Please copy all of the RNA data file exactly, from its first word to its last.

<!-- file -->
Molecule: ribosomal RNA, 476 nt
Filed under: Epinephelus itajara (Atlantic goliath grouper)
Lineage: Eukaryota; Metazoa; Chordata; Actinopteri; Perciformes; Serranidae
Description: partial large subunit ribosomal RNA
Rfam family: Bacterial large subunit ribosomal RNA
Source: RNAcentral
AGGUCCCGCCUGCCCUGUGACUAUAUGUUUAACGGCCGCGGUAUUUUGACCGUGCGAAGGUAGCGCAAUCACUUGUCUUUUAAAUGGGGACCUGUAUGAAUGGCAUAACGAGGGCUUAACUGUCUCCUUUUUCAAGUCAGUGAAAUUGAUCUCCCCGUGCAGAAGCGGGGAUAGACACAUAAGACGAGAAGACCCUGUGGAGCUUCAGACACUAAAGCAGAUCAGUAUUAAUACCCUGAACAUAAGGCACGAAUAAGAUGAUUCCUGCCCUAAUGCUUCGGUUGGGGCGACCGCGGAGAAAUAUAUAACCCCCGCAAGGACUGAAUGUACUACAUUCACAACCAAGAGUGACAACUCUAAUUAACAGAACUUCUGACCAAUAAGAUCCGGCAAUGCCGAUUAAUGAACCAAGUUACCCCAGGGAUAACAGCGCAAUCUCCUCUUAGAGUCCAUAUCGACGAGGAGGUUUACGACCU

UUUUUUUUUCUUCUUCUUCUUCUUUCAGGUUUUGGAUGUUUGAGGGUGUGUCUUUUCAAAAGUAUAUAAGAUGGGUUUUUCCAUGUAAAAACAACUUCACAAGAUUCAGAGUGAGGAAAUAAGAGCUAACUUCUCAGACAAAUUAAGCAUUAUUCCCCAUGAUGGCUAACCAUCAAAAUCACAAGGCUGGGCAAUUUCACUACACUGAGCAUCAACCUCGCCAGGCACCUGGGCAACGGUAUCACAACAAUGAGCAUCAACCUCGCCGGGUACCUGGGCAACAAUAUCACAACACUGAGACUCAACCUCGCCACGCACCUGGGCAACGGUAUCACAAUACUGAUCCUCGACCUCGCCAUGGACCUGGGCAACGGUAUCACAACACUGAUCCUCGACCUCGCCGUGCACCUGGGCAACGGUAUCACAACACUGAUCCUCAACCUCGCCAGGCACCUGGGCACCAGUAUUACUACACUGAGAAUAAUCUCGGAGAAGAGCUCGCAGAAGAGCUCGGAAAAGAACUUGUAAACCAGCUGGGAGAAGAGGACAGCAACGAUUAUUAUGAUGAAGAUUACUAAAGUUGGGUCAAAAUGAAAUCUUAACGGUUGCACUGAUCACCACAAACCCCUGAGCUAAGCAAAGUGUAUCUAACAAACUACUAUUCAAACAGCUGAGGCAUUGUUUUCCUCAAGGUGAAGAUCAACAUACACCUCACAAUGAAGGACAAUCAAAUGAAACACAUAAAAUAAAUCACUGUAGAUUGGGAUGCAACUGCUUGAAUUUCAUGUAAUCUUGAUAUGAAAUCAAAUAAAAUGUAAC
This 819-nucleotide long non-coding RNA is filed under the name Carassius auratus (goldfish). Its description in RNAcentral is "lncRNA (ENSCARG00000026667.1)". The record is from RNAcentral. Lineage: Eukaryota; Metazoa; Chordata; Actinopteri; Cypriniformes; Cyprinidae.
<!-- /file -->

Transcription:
Molecule: ribosomal RNA, 476 nt
Filed under: Epinephelus itajara (Atlantic goliath grouper)
Lineage: Eukaryota; Metazoa; Chordata; Actinopteri; Perciformes; Serranidae
Description: partial large subunit ribosomal RNA
Rfam family: Bacterial large subunit ribosomal RNA
Source: RNAcentral
AGGUCCCGCCUGCCCUGUGACUAUAUGUUUAACGGCCGCGGUAUUUUGACCGUGCGAAGGUAGCGCAAUCACUUGUCUUUUAAAUGGGGACCUGUAUGAAUGGCAUAACGAGGGCUUAACUGUCUCCUUUUUCAAGUCAGUGAAAUUGAUCUCCCCGUGCAGAAGCGGGGAUAGACACAUAAGACGAGAAGACCCUGUGGAGCUUCAGACACUAAAGCAGAUCAGUAUUAAUACCCUGAACAUAAGGCACGAAUAAGAUGAUUCCUGCCCUAAUGCUUCGGUUGGGGCGACCGCGGAGAAAUAUAUAACCCCCGCAAGGACUGAAUGUACUACAUUCACAACCAAGAGUGACAACUCUAAUUAACAGAACUUCUGACCAAUAAGAUCCGGCAAUGCCGAUUAAUGAACCAAGUUACCCCAGGGAUAACAGCGCAAUCUCCUCUUAGAGUCCAUAUCGACGAGGAGGUUUACGACCU

UUUUUUUUUCUUCUUCUUCUUCUUUCAGGUUUUGGAUGUUUGAGGGUGUGUCUUUUCAAAAGUAUAUAAGAUGGGUUUUUCCAUGUAAAAACAACUUCACAAGAUUCAGAGUGAGGAAAUAAGAGCUAACUUCUCAGACAAAUUAAGCAUUAUUCCCCAUGAUGGCUAACCAUCAAAAUCACAAGGCUGGGCAAUUUCACUACACUGAGCAUCAACCUCGCCAGGCACCUGGGCAACGGUAUCACAACAAUGAGCAUCAACCUCGCCGGGUACCUGGGCAACAAUAUCACAACACUGAGACUCAACCUCGCCACGCACCUGGGCAACGGUAUCACAAUACUGAUCCUCGACCUCGCCAUGGACCUGGGCAACGGUAUCACAACACUGAUCCUCGACCUCGCCGUGCACCUGGGCAACGGUAUCACAACACUGAUCCUCAACCUCGCCAGGCACCUGGGCACCAGUAUUACUACACUGAGAAUAAUCUCGGAGAAGAGCUCGCAGAAGAGCUCGGAAAAGAACUUGUAAACCAGCUGGGAGAAGAGGACAGCAACGAUUAUUAUGAUGAAGAUUACUAAAGUUGGGUCAAAAUGAAAUCUUAACGGUUGCACUGAUCACCACAAACCCCUGAGCUAAGCAAAGUGUAUCUAACAAACUACUAUUCAAACAGCUGAGGCAUUGUUUUCCUCAAGGUGAAGAUCAACAUACACCUCACAAUGAAGGACAAUCAAAUGAAACACAUAAAAUAAAUCACUGUAGAUUGGGAUGCAACUGCUUGAAUUUCAUGUAAUCUUGAUAUGAAAUCAAAUAAAAUGUAAC
This 819-nucleotide long non-coding RNA is filed under the name Carassius auratus (goldfish). Its description in RNAcentral is "lncRNA (ENSCARG00000026667.1)". The record is from RNAcentral. Lineage: Eukaryota; Metazoa; Chordata; Actinopteri; Cypriniformes; Cyprinidae.